India’s economy grew at its slowest pace in over six years in the June quarter following a sharp deceleration in consumer demand and tepid investment. The Indian government has already announced a series of measures in the past week as part of its efforts to put growth back on track.
According to the reports, Gross Domestic Product (GDP) grew 5% in the first quarter of FY20, data released by the government indicated marking the slowest growth since the fourth quarter of FY13. GDP growth was 8% in the year-earlier quarter and 5.8% in the preceding one.
Initially, India’s economic expansion decelerated because of a decline in investment growth, but now the downward spiral is mainly being driven by slowdown in consumption and manufacturing. The slowdown in investment and consumer demand derailed manufacturing, which grew just 0.6%. A meagre 2% rise in farm sector added to the demand slowdown.
According to the latest reports, Nominal GDP growth, a measure of GDP without adjusting for inflation, rose just 8%, the least in the current series of national accounts going back to FY12, indicating a deep slowdown.
Comparing across different series, it could be the lowest since FY03, economists said. Consumption, the bedrock of growth in the past few years, collapsed to an 18-quarter low of 3.1% from 10.6% in the March quarter, pointing to fragile sentiment. Investments grew 4%, up from 3.6% in the previous quarter.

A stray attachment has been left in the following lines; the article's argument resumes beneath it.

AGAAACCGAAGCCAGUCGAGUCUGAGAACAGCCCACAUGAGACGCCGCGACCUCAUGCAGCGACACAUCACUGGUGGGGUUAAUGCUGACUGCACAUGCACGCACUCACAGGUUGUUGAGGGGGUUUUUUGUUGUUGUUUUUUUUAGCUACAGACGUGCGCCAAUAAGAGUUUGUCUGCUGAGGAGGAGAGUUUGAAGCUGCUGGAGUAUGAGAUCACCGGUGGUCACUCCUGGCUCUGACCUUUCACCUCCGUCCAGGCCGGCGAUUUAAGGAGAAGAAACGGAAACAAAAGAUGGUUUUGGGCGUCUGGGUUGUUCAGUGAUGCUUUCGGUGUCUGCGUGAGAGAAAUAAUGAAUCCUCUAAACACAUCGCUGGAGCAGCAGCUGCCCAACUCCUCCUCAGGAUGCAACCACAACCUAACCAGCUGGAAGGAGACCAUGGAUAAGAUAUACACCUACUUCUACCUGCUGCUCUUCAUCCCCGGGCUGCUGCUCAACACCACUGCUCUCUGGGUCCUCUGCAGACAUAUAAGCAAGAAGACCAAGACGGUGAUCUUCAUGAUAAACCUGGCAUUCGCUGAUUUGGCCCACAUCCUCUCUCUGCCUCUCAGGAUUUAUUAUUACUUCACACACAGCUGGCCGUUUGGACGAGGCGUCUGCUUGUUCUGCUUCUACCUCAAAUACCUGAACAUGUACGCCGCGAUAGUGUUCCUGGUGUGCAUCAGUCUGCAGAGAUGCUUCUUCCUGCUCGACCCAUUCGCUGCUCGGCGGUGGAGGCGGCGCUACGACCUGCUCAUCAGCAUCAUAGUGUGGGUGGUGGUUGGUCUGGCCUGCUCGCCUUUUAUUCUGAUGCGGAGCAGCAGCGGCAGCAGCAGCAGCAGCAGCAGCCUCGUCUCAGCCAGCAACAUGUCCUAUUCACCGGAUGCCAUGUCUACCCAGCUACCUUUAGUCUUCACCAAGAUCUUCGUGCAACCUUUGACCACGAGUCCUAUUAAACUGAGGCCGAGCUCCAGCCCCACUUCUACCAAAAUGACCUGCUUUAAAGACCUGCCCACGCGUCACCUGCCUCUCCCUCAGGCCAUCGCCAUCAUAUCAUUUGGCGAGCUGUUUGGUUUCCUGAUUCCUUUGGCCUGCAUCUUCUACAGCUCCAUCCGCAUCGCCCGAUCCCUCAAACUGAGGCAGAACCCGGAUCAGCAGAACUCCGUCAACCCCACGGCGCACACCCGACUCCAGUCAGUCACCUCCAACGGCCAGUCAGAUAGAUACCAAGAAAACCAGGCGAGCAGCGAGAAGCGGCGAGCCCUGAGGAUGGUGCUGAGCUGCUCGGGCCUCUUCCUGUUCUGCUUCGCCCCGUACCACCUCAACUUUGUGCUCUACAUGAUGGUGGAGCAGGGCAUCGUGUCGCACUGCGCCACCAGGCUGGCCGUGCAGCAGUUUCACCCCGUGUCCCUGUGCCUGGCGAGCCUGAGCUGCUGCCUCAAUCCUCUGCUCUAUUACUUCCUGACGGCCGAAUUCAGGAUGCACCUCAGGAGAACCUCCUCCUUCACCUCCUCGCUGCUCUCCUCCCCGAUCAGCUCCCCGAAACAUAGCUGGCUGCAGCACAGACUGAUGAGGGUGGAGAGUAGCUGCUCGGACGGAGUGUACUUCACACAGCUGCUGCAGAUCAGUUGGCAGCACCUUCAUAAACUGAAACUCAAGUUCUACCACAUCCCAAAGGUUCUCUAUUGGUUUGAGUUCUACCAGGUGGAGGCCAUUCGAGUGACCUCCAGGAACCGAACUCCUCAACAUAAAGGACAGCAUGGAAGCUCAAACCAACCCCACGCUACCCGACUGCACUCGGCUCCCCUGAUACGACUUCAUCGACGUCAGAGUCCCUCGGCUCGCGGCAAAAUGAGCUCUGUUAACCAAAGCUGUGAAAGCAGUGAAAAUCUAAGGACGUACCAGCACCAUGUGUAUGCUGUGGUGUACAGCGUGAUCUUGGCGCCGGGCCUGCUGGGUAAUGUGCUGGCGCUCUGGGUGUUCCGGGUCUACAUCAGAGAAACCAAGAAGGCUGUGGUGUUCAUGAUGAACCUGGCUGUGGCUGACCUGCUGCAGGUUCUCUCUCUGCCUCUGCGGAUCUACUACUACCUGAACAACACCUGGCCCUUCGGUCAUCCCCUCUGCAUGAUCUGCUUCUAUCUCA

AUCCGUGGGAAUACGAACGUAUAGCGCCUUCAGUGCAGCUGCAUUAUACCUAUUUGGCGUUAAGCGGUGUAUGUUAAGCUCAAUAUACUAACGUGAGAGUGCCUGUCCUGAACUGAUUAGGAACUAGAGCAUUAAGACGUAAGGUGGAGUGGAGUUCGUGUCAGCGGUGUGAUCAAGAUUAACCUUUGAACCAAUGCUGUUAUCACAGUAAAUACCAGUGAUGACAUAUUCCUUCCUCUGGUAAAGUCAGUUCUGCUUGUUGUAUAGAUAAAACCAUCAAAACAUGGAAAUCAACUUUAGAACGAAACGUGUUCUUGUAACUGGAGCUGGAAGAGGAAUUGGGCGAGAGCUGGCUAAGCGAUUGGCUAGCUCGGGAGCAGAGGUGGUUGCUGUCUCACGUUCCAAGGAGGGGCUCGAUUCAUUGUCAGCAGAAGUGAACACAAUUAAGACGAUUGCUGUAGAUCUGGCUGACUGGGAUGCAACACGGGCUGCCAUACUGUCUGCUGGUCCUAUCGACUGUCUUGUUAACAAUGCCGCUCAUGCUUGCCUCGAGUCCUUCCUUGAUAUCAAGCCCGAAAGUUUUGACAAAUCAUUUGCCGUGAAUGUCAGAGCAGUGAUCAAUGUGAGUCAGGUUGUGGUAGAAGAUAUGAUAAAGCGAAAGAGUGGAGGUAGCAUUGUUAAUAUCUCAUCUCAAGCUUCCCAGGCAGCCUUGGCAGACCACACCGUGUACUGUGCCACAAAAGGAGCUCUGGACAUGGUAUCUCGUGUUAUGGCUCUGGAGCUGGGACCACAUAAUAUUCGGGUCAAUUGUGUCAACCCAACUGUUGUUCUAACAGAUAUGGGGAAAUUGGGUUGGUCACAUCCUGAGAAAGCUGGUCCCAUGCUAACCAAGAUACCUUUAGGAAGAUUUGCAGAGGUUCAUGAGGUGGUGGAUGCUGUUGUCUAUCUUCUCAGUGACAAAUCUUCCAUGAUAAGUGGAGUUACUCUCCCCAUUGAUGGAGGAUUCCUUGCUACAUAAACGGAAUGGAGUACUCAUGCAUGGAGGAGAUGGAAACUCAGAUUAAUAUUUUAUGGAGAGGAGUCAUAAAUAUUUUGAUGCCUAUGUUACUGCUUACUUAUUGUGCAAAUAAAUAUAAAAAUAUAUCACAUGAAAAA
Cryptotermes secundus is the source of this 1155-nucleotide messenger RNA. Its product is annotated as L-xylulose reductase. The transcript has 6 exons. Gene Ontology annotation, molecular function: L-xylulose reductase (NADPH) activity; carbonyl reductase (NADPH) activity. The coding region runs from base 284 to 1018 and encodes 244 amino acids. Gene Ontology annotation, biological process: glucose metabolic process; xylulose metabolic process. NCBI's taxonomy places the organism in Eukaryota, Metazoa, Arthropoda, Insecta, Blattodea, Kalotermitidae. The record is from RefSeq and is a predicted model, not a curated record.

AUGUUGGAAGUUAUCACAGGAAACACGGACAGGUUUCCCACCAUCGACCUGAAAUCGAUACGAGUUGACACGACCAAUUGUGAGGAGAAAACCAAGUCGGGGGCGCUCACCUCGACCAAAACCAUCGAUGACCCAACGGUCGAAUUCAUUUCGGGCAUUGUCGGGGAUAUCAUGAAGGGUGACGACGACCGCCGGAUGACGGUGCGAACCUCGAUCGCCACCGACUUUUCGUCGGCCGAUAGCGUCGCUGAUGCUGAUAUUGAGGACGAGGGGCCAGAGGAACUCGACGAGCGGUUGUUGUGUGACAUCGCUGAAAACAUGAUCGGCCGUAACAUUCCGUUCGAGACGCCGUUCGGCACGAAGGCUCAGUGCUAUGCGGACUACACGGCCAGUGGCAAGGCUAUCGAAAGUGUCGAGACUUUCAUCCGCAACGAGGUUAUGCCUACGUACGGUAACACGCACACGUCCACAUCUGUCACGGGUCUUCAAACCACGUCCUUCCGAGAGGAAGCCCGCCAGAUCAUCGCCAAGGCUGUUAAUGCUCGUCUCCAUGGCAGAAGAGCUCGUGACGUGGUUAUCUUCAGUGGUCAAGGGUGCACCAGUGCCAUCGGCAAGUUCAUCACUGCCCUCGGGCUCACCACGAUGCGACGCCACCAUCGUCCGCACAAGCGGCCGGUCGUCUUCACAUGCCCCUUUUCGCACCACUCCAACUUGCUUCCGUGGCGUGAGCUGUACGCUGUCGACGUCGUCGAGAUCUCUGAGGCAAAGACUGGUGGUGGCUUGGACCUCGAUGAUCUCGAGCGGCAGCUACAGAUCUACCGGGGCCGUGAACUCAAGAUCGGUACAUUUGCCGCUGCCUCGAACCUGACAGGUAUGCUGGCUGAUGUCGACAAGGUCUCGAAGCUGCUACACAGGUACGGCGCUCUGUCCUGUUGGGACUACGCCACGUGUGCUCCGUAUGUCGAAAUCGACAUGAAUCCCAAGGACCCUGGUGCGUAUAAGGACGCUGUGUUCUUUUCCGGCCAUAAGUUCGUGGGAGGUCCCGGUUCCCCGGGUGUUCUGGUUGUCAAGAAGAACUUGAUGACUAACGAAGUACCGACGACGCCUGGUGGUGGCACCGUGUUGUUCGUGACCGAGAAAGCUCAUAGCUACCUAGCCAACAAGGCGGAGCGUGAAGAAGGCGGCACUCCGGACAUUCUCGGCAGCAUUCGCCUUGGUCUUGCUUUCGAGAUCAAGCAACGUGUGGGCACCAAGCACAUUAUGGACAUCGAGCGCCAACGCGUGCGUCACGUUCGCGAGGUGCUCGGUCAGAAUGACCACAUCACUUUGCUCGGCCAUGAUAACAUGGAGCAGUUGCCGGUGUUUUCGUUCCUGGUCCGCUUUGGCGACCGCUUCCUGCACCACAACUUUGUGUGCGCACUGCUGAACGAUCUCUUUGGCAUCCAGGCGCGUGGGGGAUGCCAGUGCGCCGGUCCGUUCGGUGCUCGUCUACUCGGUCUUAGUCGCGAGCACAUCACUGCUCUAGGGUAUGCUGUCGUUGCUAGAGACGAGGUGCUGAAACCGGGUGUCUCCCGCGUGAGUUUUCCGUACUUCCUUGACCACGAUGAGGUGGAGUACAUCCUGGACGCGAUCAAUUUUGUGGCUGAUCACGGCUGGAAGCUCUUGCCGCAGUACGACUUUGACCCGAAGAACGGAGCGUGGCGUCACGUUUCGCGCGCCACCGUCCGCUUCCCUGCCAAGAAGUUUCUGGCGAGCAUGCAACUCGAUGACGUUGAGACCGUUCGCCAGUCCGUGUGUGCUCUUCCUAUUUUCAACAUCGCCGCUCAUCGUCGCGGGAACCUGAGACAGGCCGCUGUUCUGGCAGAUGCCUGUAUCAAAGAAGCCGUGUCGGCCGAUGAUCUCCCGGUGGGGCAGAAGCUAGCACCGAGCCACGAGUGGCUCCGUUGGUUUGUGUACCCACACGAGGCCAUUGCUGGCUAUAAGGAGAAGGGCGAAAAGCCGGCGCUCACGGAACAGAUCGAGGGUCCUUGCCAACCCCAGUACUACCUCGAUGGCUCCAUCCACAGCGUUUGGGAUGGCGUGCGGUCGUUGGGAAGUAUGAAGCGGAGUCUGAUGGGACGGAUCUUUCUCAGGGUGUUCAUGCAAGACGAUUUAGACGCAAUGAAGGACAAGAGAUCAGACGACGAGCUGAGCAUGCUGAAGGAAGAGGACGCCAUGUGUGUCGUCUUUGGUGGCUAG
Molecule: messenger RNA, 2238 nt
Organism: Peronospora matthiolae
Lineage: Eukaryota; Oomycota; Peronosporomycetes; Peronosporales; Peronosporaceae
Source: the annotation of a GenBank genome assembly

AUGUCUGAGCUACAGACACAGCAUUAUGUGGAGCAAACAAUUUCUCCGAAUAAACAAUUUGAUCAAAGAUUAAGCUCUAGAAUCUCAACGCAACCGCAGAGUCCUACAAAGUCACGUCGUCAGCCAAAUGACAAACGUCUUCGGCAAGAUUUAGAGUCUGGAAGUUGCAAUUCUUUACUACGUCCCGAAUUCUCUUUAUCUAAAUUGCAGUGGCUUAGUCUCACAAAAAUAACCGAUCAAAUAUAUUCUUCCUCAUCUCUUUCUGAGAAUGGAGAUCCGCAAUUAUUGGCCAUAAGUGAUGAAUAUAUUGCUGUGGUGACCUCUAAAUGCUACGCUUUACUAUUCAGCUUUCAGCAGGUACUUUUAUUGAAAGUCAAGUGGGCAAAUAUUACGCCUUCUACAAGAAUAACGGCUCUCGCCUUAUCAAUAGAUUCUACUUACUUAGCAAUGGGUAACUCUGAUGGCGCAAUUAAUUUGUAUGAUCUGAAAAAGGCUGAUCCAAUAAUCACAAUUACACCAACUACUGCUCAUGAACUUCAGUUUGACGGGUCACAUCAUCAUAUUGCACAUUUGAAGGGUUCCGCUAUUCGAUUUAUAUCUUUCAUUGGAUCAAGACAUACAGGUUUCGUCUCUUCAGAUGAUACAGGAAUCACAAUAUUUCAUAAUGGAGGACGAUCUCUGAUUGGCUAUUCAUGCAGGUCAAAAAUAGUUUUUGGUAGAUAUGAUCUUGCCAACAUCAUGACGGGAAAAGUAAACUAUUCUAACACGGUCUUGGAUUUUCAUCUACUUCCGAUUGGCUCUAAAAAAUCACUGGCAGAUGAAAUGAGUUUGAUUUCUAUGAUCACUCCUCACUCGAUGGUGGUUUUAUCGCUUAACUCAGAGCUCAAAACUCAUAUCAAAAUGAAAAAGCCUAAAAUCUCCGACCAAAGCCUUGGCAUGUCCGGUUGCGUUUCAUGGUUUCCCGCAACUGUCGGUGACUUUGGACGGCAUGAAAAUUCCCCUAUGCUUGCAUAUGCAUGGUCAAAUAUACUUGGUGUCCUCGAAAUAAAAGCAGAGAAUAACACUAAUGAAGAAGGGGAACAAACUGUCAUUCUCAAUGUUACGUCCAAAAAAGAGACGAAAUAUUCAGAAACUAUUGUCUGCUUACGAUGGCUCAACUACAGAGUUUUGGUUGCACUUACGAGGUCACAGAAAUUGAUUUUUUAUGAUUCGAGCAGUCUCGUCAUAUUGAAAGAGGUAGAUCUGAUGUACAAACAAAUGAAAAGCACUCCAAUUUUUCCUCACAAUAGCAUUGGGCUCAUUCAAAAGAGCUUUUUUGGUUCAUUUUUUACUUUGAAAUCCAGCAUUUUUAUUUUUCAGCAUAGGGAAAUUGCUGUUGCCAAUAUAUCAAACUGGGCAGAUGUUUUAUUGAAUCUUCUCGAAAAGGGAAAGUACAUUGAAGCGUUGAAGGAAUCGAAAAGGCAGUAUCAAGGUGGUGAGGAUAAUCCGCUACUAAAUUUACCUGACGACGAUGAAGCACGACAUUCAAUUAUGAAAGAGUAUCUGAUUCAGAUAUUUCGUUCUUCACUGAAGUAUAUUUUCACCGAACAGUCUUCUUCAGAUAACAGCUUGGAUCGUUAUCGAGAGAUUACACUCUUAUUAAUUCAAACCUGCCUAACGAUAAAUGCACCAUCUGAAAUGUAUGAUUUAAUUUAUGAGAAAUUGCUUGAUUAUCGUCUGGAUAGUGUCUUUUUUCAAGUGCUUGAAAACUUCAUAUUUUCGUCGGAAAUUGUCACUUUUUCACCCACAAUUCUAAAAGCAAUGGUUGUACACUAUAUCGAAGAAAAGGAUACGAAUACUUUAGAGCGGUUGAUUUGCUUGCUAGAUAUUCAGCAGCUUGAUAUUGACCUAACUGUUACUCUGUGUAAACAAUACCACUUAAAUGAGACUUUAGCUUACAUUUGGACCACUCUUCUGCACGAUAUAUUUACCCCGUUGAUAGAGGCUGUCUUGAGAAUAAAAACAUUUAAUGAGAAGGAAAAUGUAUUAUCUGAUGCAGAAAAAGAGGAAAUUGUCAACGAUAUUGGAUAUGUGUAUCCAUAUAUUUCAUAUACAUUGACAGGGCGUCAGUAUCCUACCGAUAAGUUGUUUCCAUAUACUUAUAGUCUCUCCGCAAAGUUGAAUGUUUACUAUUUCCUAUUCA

Prime Minister Narendra Modi unveiled an economic strategy aiming to turn India into a global manufacturing hub, but the slowdown suggests the “Make in India” campaign hasn’t been a success story.
Thus, growth in the Indian economy is likely to decline below the key level of 5 per cent in the coming months, as the recent measures and reforms by the government are deemed by many to be scant. Unless New Delhi draws up strong policies or carries out big economic reforms, the economy is expected to decline at the same rate.
The economy is edging closer to the alert line, but it seems New Delhi lacks awareness of the seriousness of the problem. The government has set many economic goals but given little attention as to how they are to be achieved.
In terms of size alone, India has one of the world’s largest economies and is one of the biggest potential markets for many multinational companies. But if India’s GDP growth falls below 5 per cent, the world economy may feel a chill including the Chinese investors.
Chinese VC funds invested over $5 billion in 2018, exceeding investments from the US and Japan. Among the top Chinese investors were Alibaba, Shunwei Capital, Fosun Tencent and Xiaomi. Sectors such as consumers, food-tech, logistics, retail, artificial intelligence, Internet of Things and Fintech attracted maximum investments thus helping Indian start-ups boost their valuations.